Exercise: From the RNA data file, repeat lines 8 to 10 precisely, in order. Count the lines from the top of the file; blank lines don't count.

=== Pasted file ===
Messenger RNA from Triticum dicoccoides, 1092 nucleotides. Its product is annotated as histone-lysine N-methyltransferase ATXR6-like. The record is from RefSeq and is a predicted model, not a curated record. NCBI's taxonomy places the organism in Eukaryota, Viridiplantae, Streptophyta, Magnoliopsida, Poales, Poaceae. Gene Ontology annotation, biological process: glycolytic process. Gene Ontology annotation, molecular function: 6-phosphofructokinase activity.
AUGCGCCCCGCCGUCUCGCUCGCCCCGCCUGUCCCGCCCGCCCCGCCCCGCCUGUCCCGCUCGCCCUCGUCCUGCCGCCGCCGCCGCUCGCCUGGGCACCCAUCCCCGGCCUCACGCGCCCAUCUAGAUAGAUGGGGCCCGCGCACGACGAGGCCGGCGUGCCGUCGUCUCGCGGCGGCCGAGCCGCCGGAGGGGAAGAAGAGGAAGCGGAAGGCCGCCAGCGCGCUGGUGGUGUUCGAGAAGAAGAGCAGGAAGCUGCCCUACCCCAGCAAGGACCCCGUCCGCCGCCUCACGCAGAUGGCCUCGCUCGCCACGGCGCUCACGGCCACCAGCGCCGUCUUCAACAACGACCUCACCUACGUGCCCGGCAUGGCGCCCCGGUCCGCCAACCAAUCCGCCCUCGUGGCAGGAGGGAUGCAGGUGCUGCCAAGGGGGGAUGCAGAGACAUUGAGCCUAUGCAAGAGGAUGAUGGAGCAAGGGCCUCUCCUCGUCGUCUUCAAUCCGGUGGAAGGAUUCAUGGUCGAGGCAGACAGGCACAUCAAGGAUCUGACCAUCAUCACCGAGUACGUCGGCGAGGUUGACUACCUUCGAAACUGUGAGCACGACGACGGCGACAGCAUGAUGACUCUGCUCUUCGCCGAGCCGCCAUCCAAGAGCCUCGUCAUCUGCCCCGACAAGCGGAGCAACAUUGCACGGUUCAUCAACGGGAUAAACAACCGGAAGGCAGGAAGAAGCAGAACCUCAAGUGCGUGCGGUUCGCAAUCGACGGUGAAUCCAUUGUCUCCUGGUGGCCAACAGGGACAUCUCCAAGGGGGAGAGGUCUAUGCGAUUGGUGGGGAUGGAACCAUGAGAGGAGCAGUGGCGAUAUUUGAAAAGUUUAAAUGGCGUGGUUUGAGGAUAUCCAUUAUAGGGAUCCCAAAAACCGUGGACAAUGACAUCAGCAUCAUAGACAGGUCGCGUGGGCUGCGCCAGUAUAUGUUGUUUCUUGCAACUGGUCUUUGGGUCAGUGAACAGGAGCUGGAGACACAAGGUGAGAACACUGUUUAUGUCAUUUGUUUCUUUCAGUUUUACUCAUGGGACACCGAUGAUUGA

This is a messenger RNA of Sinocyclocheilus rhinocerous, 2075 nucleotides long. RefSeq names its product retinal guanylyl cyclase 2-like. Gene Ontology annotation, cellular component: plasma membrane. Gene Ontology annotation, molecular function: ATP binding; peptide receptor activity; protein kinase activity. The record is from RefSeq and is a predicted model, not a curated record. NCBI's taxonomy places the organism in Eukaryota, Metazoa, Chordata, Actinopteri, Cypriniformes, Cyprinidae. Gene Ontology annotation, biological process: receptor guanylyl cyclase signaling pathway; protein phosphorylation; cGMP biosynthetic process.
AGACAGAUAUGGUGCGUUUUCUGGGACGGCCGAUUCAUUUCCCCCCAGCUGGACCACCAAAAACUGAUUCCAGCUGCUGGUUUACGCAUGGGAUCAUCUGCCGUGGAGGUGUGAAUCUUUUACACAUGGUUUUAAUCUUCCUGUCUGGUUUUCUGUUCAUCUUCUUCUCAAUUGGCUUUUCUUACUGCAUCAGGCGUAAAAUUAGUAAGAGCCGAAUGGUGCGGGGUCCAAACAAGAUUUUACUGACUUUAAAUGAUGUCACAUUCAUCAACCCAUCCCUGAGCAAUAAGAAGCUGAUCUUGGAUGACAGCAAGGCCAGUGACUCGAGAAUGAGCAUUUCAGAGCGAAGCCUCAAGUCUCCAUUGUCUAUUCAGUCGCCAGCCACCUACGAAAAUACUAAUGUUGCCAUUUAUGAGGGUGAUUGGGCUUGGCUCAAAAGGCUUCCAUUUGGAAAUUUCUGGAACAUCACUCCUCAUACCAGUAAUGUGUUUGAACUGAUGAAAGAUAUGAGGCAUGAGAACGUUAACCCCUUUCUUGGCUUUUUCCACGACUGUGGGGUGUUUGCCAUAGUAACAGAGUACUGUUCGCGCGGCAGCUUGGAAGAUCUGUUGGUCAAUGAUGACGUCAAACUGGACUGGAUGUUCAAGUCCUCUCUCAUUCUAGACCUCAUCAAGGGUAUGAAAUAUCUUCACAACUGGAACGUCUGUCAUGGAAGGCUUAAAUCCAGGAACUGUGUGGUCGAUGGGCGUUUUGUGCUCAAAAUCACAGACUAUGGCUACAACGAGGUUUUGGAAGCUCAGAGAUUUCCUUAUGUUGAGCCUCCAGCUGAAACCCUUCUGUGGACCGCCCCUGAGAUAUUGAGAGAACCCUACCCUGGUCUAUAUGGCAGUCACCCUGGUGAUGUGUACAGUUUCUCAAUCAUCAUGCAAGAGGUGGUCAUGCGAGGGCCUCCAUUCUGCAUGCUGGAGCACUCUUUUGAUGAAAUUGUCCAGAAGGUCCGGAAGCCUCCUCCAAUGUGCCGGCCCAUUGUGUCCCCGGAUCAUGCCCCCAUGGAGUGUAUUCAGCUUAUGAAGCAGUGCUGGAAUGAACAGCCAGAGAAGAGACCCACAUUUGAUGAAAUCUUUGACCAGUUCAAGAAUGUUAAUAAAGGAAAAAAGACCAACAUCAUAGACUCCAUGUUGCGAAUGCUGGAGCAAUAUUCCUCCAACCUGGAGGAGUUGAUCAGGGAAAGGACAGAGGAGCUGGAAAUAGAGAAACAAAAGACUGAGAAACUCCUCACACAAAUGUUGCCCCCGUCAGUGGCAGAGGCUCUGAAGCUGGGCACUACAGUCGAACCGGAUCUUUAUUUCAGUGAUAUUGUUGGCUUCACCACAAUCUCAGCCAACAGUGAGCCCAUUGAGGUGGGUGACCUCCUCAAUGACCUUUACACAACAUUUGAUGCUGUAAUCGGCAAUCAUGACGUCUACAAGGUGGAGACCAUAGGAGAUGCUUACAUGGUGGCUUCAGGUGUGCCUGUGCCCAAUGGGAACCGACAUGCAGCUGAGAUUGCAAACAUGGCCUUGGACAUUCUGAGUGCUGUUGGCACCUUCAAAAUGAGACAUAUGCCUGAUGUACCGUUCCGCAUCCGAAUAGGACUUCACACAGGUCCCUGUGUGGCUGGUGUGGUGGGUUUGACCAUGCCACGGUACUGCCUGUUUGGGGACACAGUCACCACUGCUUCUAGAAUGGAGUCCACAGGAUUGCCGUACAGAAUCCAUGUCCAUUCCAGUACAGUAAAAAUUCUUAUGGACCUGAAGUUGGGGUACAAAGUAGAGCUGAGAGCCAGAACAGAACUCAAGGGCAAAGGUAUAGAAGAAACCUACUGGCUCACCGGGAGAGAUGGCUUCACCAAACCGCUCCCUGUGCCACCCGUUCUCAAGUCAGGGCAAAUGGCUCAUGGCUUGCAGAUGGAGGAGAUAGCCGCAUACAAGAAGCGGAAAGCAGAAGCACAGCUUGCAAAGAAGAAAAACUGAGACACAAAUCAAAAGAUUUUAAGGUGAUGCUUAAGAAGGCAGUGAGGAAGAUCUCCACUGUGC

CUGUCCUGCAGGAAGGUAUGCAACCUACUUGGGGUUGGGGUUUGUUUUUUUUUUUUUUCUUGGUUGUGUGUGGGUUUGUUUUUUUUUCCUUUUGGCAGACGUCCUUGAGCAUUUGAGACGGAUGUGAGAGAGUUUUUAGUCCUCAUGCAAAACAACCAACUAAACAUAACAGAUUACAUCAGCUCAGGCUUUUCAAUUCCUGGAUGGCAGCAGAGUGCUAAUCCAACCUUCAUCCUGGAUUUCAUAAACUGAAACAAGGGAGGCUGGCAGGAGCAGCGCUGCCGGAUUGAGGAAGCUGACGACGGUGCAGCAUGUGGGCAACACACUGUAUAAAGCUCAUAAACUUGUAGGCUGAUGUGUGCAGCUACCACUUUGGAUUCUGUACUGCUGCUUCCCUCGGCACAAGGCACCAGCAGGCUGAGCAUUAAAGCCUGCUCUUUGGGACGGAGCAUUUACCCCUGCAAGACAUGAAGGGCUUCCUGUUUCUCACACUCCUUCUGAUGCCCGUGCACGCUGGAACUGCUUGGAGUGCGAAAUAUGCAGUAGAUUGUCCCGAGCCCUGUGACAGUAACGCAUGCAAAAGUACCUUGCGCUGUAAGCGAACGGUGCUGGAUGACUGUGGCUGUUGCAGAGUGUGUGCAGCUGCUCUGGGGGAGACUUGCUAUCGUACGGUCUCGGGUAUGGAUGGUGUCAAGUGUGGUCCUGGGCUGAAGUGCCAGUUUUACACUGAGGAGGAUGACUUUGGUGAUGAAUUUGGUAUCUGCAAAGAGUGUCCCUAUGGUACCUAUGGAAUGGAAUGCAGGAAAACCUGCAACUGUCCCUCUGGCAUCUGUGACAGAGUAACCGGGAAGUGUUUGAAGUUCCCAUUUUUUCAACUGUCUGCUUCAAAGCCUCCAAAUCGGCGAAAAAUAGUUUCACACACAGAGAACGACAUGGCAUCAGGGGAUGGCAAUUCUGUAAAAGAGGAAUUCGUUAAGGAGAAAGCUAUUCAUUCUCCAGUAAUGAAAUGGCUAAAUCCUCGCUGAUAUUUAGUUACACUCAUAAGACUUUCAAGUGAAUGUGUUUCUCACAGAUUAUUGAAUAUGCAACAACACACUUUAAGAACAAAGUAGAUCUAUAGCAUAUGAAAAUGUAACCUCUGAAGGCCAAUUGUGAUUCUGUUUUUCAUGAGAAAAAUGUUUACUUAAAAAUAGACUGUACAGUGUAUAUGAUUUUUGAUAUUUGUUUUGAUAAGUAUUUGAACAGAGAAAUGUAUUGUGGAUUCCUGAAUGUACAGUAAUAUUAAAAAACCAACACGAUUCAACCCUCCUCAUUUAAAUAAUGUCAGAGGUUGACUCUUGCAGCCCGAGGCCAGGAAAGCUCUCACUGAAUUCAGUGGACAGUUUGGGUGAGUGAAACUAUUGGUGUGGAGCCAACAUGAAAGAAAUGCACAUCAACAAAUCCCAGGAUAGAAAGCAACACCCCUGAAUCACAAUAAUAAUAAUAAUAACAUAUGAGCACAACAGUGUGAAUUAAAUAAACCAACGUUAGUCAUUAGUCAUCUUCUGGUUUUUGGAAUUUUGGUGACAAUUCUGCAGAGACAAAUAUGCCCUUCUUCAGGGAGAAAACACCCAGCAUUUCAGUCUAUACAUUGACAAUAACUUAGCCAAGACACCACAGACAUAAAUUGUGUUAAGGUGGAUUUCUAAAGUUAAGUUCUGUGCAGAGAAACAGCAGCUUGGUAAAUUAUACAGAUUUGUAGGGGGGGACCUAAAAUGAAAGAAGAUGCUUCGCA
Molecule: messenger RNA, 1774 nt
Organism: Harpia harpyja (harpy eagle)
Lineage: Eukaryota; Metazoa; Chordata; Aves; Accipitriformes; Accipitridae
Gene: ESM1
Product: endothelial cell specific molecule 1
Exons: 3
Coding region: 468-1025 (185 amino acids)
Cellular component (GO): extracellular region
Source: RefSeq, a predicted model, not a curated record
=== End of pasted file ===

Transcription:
Lineage: Eukaryota; Metazoa; Chordata; Aves; Accipitriformes; Accipitridae
Gene: ESM1
Product: endothelial cell specific molecule 1